Win a Night Out With Me & My Expaterati Girlies!!!

To celebrate my birthday month, I am inviting one awesome reader to join me and my Expaterati girlies at the Hard Rock Hotel Singapore venue, the Coliseum, to see my London Queen Charli XCX (you know, that Boom Clap song), on the 22nd of April. Boozeness in this lovely intimate venue is on moi! For a chance be That Person, contact me at emmajane.austenjones@gmail.com, or tweet @expatEJ, telling me why you are the babester, guy or gal, that I should pick.

The deadline to apply for this incrediblé fun-ness opportunity is the 15th of April, so get those fingers typing! For dear readers who don’t live in Singapore, I’m so soz, but flights and accommodation are not included : (. I will, however, pick you up from the airport in my soft-top Maserati, bring a mahusiv welcome sign with your name on it to the arrivals gate, and shower you with a magnum of Veuve Click.

Can’t wait to hear from you!!

EJ x

(NB. This is a genuine offer, but you must be willing to have a wild night out with a fictional character in a red wig and her non-fictional friends.)

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Expat Marital Bliss & How To Achieve It

Marriage

As I have previously mentioned, marriage among the Expaterati is a notoriously tricky business.

My explanation for this phenomenonamo is that most expat men are a bit crap, but Cousin Clara the psychologist thinks it’s because, “for the nomadic couple, a tremendous strain is exerted upon the marital bond”. We were Skyping in the course of my research for this post, and she said that, “throughout the upheavals and transitions, the joys and the losses, the only other adult who remains a constant is the spouse. So it is that one person who is consistently present to mirror back aspects of the other’s self, while both individuals’ identities go through intense periods of flux… not dissimilar to the challenging transitional phases experienced during adolescence. As such, the relationship – or the third presence in the couple, as I like to look at it – has to hold the difficult process of two separate personalities simultaneously undergoing extreme environmental and emotional changes”.

Now I have no idea what she was on about, but I also read a bizarre story by a ditched expat wifey, and that basically supports my theory. That said, Clara is supposedly the one with all the professional qualifications and experience, so I am willing to humour her (although we all know that my more direct beingness in the Expaterati trenches, backed up by my six-month counselling training, is way more valuable). So it remains a matter of conjecture, why exactly it’s harder to stay married as an expat than as a not-expat, but the fact is that is just effing is. Trust me.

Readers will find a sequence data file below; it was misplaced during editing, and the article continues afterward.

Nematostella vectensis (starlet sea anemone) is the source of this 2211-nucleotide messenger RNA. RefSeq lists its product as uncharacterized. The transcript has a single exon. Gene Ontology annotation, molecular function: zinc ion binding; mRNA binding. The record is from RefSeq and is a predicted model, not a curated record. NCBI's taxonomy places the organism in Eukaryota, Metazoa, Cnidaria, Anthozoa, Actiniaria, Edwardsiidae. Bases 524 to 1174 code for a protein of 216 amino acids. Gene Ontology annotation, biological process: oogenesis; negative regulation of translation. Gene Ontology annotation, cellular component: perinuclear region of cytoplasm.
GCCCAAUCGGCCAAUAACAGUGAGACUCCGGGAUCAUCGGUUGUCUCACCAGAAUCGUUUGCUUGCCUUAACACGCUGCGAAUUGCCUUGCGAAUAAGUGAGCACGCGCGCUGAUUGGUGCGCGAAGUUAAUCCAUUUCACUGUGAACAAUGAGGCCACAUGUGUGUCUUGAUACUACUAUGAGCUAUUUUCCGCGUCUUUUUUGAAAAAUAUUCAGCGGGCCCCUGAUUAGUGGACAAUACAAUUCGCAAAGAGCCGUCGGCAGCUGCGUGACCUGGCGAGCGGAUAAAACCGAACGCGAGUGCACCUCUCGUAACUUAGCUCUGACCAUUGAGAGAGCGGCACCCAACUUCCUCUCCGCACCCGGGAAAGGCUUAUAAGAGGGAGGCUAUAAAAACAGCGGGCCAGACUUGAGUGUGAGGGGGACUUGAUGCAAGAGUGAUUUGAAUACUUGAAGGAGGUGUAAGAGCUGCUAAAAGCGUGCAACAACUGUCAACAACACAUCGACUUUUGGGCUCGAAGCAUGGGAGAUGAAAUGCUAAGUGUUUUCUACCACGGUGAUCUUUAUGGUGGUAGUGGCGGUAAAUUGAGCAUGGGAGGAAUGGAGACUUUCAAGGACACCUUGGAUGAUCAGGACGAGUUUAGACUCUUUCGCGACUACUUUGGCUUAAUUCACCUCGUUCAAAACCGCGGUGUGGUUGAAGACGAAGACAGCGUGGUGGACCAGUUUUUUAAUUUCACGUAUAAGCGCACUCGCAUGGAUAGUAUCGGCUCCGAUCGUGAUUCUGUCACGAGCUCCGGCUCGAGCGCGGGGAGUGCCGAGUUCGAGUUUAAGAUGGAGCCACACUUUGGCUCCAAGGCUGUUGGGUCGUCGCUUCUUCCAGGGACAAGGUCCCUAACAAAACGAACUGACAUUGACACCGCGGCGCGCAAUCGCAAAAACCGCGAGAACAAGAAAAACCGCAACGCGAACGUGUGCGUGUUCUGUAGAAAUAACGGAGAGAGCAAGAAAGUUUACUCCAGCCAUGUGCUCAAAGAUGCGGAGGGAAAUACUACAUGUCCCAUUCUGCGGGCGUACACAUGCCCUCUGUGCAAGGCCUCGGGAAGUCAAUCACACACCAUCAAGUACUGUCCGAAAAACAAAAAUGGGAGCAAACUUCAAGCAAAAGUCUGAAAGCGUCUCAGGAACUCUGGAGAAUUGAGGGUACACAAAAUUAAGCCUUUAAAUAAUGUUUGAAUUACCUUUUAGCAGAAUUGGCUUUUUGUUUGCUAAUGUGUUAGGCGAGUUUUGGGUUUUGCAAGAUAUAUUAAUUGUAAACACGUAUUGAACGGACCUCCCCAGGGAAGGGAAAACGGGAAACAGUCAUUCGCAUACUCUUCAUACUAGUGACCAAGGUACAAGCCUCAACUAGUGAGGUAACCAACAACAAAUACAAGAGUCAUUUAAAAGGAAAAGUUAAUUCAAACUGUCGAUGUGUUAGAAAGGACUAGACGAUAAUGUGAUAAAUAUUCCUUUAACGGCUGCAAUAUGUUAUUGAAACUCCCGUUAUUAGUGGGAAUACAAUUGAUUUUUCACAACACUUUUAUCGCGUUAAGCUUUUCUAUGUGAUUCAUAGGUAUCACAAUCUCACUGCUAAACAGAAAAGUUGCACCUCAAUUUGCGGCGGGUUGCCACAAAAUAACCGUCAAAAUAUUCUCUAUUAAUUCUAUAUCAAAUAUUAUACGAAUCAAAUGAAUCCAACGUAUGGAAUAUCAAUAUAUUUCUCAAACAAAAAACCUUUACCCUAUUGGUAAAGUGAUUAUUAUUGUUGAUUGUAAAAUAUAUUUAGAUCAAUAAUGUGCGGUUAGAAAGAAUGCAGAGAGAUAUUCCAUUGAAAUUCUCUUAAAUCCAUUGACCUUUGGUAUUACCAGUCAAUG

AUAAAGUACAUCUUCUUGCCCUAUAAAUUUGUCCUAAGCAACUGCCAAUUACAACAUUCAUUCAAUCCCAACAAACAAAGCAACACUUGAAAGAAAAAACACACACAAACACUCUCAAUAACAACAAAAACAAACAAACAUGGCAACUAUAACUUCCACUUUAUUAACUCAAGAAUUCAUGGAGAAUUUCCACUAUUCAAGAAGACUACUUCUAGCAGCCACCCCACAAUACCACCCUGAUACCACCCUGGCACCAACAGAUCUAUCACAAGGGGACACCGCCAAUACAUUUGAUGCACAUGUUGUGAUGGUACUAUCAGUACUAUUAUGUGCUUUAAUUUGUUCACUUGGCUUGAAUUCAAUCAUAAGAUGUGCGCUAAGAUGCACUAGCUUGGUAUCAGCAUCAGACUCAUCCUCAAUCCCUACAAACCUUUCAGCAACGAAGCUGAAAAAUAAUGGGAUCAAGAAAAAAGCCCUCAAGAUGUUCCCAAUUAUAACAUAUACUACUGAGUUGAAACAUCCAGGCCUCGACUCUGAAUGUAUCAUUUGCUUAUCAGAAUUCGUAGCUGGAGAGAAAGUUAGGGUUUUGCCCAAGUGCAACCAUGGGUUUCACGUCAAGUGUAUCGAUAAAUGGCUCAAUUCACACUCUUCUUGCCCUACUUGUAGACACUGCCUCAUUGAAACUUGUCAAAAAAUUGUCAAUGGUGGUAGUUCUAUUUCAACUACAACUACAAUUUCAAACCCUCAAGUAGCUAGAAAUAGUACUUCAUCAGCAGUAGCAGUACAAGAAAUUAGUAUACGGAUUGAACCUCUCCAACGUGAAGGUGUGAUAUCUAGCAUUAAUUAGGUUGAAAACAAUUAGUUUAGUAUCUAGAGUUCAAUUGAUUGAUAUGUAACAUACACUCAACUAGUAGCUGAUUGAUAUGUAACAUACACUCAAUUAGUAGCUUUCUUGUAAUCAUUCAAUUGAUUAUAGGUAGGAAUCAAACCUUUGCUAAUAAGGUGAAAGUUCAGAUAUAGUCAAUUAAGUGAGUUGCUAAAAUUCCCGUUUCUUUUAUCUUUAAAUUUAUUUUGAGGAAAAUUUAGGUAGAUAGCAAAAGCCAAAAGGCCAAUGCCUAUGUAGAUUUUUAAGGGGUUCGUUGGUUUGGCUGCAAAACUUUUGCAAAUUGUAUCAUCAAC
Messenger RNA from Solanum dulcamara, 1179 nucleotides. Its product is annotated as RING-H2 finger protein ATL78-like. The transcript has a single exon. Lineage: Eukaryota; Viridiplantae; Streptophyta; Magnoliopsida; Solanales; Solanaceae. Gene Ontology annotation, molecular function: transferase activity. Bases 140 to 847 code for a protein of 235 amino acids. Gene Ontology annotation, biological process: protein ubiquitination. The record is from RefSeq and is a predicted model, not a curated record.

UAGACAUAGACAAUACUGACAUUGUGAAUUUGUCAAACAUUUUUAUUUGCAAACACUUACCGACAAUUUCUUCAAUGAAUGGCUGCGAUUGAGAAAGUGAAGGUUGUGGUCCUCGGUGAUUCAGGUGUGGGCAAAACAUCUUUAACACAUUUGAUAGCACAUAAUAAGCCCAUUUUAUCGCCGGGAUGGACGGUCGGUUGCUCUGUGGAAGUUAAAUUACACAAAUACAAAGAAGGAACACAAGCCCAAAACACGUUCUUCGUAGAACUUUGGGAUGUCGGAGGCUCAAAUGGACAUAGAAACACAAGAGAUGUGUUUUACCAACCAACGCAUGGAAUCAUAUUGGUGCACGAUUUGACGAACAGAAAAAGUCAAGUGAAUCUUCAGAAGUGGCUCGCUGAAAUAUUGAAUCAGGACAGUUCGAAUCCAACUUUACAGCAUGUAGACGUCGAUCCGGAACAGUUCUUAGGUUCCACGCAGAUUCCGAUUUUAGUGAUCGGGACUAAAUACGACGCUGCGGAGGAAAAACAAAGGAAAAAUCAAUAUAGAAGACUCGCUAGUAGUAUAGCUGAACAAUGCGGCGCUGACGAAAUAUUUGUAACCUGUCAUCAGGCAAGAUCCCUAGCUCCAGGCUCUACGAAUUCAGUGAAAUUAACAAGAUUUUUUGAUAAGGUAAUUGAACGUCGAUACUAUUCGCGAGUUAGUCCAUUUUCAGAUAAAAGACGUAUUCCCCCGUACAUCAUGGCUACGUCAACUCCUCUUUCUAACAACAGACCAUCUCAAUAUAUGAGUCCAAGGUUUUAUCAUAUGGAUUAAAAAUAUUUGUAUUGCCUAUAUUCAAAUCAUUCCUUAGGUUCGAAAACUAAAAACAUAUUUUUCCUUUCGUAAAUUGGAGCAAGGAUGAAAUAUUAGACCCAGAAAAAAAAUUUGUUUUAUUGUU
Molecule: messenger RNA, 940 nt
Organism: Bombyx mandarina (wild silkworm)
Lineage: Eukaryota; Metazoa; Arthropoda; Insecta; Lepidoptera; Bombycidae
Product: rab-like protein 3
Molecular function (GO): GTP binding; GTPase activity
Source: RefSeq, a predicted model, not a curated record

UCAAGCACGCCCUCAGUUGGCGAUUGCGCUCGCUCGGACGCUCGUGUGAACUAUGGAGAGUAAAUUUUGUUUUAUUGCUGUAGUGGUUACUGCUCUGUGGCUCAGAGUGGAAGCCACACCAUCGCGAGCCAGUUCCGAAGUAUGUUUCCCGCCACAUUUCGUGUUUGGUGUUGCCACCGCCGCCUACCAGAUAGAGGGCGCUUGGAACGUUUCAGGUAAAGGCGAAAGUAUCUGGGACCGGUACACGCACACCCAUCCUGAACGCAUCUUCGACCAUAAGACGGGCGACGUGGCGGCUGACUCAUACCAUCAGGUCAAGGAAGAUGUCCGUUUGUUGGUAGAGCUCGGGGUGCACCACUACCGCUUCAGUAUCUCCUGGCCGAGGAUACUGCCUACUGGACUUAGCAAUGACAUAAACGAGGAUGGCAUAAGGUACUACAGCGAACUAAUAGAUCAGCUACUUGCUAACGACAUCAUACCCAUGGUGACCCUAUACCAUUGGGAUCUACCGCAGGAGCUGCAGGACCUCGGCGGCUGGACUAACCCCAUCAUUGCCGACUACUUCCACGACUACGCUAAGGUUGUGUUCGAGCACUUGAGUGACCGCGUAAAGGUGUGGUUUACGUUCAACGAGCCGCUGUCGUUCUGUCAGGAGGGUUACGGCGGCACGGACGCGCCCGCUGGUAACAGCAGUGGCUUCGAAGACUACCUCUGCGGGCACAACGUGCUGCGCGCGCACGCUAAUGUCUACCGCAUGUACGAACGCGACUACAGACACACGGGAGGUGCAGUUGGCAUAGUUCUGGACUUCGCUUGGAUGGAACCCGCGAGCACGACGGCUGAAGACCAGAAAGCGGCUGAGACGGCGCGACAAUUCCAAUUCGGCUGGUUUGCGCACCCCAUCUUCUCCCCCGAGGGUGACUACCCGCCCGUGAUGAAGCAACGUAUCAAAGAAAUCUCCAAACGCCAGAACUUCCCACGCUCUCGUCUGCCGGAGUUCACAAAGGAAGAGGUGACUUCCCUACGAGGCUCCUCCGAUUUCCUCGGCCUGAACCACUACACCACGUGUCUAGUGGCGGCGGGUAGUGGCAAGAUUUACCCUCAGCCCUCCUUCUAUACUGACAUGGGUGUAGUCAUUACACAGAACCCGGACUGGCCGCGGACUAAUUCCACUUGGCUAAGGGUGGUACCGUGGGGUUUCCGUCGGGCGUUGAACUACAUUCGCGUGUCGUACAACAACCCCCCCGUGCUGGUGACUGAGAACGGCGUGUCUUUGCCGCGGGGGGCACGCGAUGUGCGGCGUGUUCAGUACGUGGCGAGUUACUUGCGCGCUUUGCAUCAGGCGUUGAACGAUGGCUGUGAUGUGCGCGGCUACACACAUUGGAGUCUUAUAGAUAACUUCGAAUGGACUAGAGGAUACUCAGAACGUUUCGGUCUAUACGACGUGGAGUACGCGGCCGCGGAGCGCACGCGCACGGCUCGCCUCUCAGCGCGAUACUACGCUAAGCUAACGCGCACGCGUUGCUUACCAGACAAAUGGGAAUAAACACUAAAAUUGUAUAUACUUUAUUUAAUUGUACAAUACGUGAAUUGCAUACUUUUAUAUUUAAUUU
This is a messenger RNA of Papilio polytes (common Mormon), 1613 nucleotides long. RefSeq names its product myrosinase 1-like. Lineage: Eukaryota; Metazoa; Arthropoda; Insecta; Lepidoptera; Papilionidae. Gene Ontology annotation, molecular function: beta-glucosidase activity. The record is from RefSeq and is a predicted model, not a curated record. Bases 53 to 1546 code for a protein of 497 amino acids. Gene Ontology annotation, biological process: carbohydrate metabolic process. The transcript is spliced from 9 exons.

I am therefore going to impart my expert knowledge on how to achieve expat marital bliss, by addressing seven key issues.

1. The spouse travelling a lot
For many corporate roles, frequent travel and spousal absence is a given. The best way to deal with this, in pursuance of marital bliss, is to see it as a great gift from heaven. When your hub is away, ladies, this is an ideal opportunity to be that young woman you once were at university, but now you have tons of cash to really get out there (which I did at uni anyway, but not everyone did, I am told). Your life is your own once more, especially if you don’t work and you have full-time help. You can knit, if you so choose, or you can go out dancing all day and night with your crew. Whatever you want!

2. If you have a job too
Should you find the time to have a job, you fall into a special category, in that I’m afraid you will be required to work triple-hard at expat marital bliss. You will, of course, have two helpers (lucky you!! I want a second helper so badly!!), but you will also need an executive assistant to book date nights, buy gifts for your husband, order your new season lingerie from Agent Provocateur, and so on. Unfortunately not all EAs in the workplace are amenable to taking on personal chores. I would therefore suggest that you get yourself on oDesk – other online freelance platforms are available – and hire a remote assistant located in the Philippines or India. They’re an absolute steal!

Once you’ve got that covered, you will have more time to address the other, more important issues, such as items 5 and 7 below.

3. The spouse being at home
Far worse than the hus being away is when he comes home. During these trying times, the wife needs to adapt to having another child in the house. Some husbands expect to eat dinner with their wives and families when they’re in town, so it is best to find endurance strategies, rather than wallow in resentment. Wallowing will only cost you more in Botox, and will irreparably damage your chi. So my advice is that when he is home, exploit your daytime freedom as much as you can, and, should you be called upon for wifely duties, use the following mantra:

This is only for today. He will be gone again soon. 

Additional chanting, meditation, yoga, and wine are also very helpful to counter the stresses of spousal presence.

4. Going on holiday